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It looks like the army and RAND Corporation are bringing back tabletop war gaming again. After the invention of the atomic bomb, tabletop miniature war games were seen as largely pointless for real military strategy training. They had been in use since the late 1700s in Prussia (and subsequently spread worldwide) for that purpose. They were created through slowly evolving chess to be more and more realistic. But after the atomic bomb, miniatures wargaming was consigned to the tabletop hobby world alone. Hobbyists continued playing tabletop war games simply because they were very fun and extremely challenging. Meanwhile RAND came up with the idea of "role playing" games as the best way to simulate modern warfare for the purpose of military training. Participants would now play the roles of leaders of countries with nuclear weapons at their disposal. Then the participants would basically negotiate their way to victory. No table or miniatures were required. The most popular hobbyist tabletop game to come out of this idea was Diplomacy.

First Edition of Dungeons and Dragons

In 1974, Gary Gygax and Dave Arneson applied the role play idea to miniatures medieval wargaming rules Gygax had developed earlier (which included Tolkien (Lord of the Rings) fantasy creatures as options for combatants). They also added in the idea of characters improving through experience (which had already been in miniatures wargaming in somewhat embryonic forms). And boom! Dungeons and Dragons was born, changing hobby tabletop gaming (and the electronic gaming that arrived soon after) forever.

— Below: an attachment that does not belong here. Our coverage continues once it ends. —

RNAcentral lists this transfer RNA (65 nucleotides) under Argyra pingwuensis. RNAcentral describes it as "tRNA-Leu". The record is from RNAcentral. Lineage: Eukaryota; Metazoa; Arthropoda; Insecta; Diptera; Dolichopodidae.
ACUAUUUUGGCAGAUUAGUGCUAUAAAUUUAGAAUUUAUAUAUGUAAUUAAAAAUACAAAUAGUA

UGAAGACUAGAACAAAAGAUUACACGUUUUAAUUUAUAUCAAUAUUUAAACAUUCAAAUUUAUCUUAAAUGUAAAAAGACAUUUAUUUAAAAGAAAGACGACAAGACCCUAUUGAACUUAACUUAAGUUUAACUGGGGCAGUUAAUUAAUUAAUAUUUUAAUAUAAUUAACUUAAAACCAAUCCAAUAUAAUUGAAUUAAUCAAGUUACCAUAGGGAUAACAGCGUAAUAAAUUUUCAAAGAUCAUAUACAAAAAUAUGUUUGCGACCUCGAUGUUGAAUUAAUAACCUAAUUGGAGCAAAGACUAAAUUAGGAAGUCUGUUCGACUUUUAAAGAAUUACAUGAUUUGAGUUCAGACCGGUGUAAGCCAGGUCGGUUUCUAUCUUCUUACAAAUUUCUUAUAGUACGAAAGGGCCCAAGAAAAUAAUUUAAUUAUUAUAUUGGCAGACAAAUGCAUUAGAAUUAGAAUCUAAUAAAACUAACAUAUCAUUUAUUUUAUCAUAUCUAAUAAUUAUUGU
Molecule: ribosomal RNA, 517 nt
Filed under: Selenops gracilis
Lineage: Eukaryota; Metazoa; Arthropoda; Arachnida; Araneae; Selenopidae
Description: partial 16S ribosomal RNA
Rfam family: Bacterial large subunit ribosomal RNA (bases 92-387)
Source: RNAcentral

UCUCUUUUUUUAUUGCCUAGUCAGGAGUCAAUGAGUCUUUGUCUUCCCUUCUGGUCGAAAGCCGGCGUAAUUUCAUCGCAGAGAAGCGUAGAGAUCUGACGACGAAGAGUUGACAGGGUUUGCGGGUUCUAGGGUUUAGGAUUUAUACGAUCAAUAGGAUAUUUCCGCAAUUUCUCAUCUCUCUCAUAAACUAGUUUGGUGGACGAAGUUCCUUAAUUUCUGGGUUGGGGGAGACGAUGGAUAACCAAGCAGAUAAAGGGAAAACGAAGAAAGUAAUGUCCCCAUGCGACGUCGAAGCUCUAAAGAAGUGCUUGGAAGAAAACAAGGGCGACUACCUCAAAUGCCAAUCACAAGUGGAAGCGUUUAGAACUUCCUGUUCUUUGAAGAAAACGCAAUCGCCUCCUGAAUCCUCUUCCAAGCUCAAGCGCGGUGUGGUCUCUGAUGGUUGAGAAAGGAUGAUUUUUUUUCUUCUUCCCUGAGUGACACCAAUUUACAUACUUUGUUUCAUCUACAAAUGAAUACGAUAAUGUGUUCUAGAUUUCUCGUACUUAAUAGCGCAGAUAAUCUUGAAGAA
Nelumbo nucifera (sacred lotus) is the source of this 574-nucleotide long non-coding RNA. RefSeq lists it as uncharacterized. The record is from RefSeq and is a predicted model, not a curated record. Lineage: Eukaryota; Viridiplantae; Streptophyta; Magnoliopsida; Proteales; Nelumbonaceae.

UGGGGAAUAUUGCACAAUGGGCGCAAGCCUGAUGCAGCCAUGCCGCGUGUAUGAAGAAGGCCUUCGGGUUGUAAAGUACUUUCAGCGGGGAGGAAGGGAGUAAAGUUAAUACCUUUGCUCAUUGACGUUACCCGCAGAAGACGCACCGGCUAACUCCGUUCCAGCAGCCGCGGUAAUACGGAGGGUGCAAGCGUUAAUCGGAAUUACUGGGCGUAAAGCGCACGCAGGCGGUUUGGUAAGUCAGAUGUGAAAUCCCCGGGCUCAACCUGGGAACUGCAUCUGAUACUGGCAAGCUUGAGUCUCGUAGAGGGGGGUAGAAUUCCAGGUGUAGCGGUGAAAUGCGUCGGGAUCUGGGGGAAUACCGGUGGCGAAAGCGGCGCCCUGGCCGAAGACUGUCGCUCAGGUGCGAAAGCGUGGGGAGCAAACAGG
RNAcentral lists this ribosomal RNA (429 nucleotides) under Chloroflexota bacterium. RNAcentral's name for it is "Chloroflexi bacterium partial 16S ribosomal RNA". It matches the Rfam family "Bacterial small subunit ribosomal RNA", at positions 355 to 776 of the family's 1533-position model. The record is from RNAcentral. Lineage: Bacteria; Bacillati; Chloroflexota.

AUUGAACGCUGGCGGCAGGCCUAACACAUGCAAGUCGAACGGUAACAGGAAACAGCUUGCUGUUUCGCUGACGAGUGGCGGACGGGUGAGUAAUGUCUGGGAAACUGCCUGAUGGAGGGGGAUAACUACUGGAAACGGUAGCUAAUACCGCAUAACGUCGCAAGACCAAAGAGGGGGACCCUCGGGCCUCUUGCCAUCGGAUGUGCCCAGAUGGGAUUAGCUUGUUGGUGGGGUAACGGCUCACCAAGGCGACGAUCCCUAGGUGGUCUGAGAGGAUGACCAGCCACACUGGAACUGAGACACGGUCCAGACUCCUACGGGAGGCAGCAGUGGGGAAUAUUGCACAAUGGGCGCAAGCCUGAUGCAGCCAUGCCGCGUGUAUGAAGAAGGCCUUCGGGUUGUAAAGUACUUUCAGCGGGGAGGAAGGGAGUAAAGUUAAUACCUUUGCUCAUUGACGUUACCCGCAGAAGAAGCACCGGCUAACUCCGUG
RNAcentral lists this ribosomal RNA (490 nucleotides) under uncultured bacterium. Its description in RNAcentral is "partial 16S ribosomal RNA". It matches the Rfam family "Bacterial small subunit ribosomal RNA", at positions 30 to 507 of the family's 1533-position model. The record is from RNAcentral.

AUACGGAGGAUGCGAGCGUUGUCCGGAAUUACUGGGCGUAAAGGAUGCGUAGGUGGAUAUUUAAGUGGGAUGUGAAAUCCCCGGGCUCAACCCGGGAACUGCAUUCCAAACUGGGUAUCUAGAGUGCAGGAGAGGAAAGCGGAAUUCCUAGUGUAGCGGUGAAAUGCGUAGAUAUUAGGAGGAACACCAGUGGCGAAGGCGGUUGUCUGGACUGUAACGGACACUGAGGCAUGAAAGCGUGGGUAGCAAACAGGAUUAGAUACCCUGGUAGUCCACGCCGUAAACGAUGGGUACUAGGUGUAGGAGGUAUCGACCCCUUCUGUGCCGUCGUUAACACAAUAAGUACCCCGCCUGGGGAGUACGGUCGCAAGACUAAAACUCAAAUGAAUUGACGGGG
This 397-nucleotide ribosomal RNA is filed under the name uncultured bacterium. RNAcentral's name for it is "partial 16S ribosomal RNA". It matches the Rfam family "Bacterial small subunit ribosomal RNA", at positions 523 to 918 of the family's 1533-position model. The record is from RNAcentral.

And now the circle is completing itself as tabletop wargaming, with role playing involved, is going to be used once again in the military. Contrary to the predictions after World War II, the world still does conventional war these days, and thus tabletop wargaming is still applicable in a nuclear world for strategic modeling and training. Of course this new generation of tabletop wargames the military is doing will be highly advanced compared with the games they were playing pre-WWII, and will have computers sitting nearby crunching numbers... History is fascinating in how it so often follows spiraling paths.

Here is an article about it: link